At the stroke of midnight on this day in 1981, cofounder John Lack launched MTV with, Video Killed the Radio Star, by the British band the Buggles.
Music was never the same.
"We just had this cool idea we wanted to put on television," explained John Sykes, who began as promotions director and is now president of VH1. MTV's grand plan, he said, was the marriage of rock and TV, "the greatest forces in American culture."
The world's first five VJs were Mark Goodman, Alan Hunter, J.J. Jackson, Nina Blackwell, and Martha Quinn. "We had the grooviest jobs ever," recalled Hunter. Almost immediately, the VJs were as recognizable as the rock stars.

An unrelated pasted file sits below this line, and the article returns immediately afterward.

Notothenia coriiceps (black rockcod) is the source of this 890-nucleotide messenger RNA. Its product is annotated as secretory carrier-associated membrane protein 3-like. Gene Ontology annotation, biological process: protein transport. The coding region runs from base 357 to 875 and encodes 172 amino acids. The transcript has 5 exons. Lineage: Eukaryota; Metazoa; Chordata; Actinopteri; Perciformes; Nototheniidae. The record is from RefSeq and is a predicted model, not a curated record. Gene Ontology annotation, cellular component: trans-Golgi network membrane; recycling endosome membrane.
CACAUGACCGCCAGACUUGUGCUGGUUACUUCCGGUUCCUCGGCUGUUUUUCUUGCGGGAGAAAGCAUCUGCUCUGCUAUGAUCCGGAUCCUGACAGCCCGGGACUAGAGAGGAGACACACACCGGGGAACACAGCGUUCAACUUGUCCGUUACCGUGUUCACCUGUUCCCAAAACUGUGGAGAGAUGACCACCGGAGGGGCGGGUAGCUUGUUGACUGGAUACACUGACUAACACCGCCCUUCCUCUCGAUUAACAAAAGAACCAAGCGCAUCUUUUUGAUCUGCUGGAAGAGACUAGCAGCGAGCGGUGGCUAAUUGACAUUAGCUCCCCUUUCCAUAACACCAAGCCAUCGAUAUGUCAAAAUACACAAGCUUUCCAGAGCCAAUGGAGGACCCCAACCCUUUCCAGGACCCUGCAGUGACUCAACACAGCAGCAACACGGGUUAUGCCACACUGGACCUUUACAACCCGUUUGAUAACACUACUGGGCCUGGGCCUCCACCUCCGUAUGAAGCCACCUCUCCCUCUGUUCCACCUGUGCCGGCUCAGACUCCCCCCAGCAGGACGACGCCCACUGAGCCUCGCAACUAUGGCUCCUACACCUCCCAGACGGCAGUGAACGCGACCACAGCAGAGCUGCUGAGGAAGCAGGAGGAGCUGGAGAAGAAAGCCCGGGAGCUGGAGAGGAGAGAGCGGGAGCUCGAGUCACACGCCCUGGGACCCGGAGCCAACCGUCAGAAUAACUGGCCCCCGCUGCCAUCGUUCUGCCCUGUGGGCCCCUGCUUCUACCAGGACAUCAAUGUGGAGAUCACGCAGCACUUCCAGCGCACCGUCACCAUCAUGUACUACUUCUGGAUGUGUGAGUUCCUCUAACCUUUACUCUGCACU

Many auditioned to be MTV's on-air talent in the 1980s. Some famous rejects include Rosie O'Donnell, Adam Sandler, Mary Lou Retton, Chris Rock, and Greg Kinnear.
MTV exploded with 24 hours of music videos and launched the career of Madonna and influenced the marketing of every other rock star since. The fastest-growing cable network of all time with viewers whose median age is just under 21, MTV continues to provide cutting edge music, news, and videos.
"I want my MTV."